Man has always been drawn to the ocean with the desire to explore what is beyond the horizon. As sea voyages lengthened in distance and time, one of the challenges a ship’s quartermaster faced was storage and preservation of supplies. Beer went bad, water grew algae, and brandy wasn’t always easy to come by. What was to be done?
During the Age of Exploration (15th to 18th century), the British Royal Navy would stock up on food, weak beer (1 to 3 % ABV), brandy, and water for their long voyages. Each sailor was provided a ration of one gallon a day of combined alcohol and water. Stored in wooden casks, their beer would eventually sour and the water would only last for a few weeks before it went stale or suffered an algae bloom. Wine, brandy, and beer were often added to the water to sweeten it with the hopes of making it palatable.
By Thomas Dibdin – Illustration “Saturday Night At Sea”
Rum was not introduced to the British Navy until 1655 when Vice-Admiral William Penn conquered Jamaica during Oliver Cromwell’s West Indies campaign as part of the Anglo-Spanish war. At the time the island had limited resources, but it did have something very important in ample supply. Rum. Looking to restock his provisions, Penn began providing his sailors with it in place of the beer and water provisions.
Brandy, wine, and beer remained the normal ration for the rest of the world but, as the presence of the British Navy continued to grow in the Colonies and West Indies, rum was essential to those sailing in the New World. As brandy supply and production continued to be interrupted during the various wars of the time, rum slowly replaced it as trade relations between the colonies in the Caribbean and Americas were developed, expanding England’s access to rum.
76 Years later, this rum provision was incorporated into the “Regulations and Instructions Relating to His Majesty’s Service at Sea” The regulation dictated that one undiluted half pint (2 gills) of rum was equal to a gallon of beer. Just like that rum became a part of the provisional stock on every ship in the British Naval fleet.
THE “OLD GROG”
Enter Vice Admiral Edward Vernon — respectfully nicknamed “Old Grog” after a grogram cloak that he preferred to wear. He was revered and beloved for always fighting for better conditions for sailors in the fleet. But, he was struggling with a problem. As a result of his sailors getting undiluted rum twice a day, his officers were constantly dealing with drunkenness and disciplinary problems with their crews. He made a decision on how best to deal with these concerns.
Vice Admiral Edward “Old Grog” Vernon / Photo Courtesy of National Maritime Museum
Vernon issued Captain’s Order No. 349 on August 21st of 1740 which stated that all rum provisions must be mixed with water. And those members of the crew “which……are good husbandmen may from the saving of their salt provisions and bread, purchase sugar and limes to make it more palatable to them.” Furthermore, the rum was to be diluted in the presence of a Lieutenant of the Watch on the deck in a scuttled (open) butt reserved for this purpose. This modification to their ration was nicknamed “Grog” after the admiral. Served twice a day with the call of “Up spirits!” the ship’s purser would deliver the ration until the practice was ended on July 31, 1970.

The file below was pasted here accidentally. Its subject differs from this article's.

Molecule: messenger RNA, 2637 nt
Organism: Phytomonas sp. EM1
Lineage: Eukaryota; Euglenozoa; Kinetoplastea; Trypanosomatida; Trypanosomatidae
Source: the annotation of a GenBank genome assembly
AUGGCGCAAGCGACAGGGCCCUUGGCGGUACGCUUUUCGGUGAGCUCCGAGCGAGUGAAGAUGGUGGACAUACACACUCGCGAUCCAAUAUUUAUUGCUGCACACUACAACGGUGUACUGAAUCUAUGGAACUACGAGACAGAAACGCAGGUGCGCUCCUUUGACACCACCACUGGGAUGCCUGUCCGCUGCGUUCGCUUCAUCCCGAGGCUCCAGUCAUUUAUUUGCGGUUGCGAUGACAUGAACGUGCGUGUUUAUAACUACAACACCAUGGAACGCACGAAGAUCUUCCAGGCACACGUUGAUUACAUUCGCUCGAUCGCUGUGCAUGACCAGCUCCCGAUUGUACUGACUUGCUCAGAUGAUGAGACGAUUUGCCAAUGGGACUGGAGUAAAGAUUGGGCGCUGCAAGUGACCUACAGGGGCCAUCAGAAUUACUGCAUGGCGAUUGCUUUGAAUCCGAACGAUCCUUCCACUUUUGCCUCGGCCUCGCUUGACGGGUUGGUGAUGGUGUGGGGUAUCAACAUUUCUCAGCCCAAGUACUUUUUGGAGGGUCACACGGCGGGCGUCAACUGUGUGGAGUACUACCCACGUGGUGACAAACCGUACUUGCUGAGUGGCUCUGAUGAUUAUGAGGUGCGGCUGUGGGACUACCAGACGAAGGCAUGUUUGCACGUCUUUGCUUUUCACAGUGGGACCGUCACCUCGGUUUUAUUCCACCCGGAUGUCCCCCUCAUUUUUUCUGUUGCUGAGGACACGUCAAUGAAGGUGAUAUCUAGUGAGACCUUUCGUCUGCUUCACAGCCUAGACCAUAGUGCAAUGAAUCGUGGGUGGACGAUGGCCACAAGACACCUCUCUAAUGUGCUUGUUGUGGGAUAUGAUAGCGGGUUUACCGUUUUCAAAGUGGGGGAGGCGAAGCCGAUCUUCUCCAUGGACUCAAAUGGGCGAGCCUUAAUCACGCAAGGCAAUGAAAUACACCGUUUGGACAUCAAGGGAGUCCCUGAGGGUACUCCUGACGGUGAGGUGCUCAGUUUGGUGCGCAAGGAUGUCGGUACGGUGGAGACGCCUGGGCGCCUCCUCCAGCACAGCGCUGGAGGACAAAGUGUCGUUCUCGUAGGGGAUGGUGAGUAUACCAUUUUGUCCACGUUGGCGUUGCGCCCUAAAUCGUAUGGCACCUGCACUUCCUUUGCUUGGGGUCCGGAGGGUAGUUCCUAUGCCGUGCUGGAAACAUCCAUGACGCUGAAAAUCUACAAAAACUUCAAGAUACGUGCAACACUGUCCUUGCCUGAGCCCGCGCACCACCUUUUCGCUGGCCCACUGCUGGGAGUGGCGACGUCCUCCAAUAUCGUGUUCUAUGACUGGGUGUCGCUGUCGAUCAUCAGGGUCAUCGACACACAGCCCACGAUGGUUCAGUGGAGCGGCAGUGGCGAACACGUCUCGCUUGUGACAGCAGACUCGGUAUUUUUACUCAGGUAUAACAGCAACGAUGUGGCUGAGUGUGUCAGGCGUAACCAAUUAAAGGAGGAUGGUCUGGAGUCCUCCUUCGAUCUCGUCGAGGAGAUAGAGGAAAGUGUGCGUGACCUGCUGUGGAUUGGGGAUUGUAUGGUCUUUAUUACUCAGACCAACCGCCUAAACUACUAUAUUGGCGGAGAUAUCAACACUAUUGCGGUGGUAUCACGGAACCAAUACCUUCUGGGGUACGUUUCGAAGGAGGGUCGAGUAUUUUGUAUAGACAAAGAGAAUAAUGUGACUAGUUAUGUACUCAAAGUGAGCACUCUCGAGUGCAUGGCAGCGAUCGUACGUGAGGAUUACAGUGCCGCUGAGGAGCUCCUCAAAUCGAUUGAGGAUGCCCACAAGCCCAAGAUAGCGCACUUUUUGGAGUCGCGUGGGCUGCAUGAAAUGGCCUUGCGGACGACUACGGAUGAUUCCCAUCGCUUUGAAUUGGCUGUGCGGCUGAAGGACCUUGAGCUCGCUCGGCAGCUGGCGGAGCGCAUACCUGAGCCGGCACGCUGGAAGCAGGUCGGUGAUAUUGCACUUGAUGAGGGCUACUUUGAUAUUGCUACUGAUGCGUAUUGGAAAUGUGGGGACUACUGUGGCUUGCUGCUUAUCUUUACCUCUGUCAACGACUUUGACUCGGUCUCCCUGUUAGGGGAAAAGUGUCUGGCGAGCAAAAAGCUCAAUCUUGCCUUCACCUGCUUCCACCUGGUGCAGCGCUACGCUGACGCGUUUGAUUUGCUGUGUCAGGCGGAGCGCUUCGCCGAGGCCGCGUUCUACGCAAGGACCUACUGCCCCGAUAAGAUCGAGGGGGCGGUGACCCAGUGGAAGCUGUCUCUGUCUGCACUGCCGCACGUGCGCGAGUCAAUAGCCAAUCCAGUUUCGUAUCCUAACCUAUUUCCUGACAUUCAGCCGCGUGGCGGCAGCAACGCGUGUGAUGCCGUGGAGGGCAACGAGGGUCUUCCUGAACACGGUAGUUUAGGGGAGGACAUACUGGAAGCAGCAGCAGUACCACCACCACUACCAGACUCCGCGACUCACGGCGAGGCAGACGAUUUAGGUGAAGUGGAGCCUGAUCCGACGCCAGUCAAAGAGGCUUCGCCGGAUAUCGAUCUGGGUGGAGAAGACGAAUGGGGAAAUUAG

Until the 1800’s grog was normally consumed warm. Technological advances involving ice led to the drink being consumed cold as well. Rob Chirico in his “Field Guide to Cocktails” provided two of the most popular modern grog recipes with warm and cold versions of the drink.
Sailors line up for their grog ration
– 2 oz Dark Rum
– ½ oz fresh lime juice
– 1 teaspoon brown sugar
– 4 oz hot water
– Slice of orange and/or cinnamon stick for garnish.
Mix the ingredients in a mug and stir until blended. Garnish with orange and cinnamon stick.
Grog Cocktail (Navy Grog)
– 1 oz light rum (try Havana Club Añejo Blanco)
– 1 oz dark rum (try Coruba Dark Rum)
– 1 oz 151-proof rum (try Hamilton Guyana Overproof)
– 2 oz fresh orange juice
– 1 oz pineapple juice
– Slice of orange and maraschino cherry for garnish
Add all ingredients except garnish to cocktail shaker with ice. Shake then strain into a chilled old-fashioned glass filled with ice. Garnish with orange slice and a maraschino cherry.
Don The Beachcomber’s Navy Grog (Courtesy of Beachbumberry.com)
In the 1940’s Donn Beach started serving his version of the Navy Grog in his California tiki bar named Don the Beachcomber’s. This cocktail was known for its potency and limited to two per customer. This cocktail is considered to be part of what is considered the holy trinity of tiki cocktails alongside the Mai Tai and the Zombie.
– ¾ oz lime juice
– ¾ oz white grapefruit juice
– ¾ oz club soda
– 1 oz gold Demerara rum (try El Dorado 5 Year)
– 1 oz Cuban or Puerto Rican rum (try Bacardí 8 Year)
– 1 oz dark Jamaican rum (try Plantation O.F.T.D. Overproof)
– 1 oz honey mix*
Beachbum Berry Grog / Photo Credit: Beachbum Berry
Shake with ice, then strain into an old fashioned glass containing ice cone.
*Honey syrup – heat equal parts honey and water until the honey dissolves. Let the mixture cool and refrigerate until needed.
Enjoy these drinks sitting on a ship sailing across the seven seas or relaxing at your home bar. These grog recipes each honor the days when the British ruled the ocean and immortalized both Penn and Vernon in the history of rum and the sea.
Ready to make your own grog?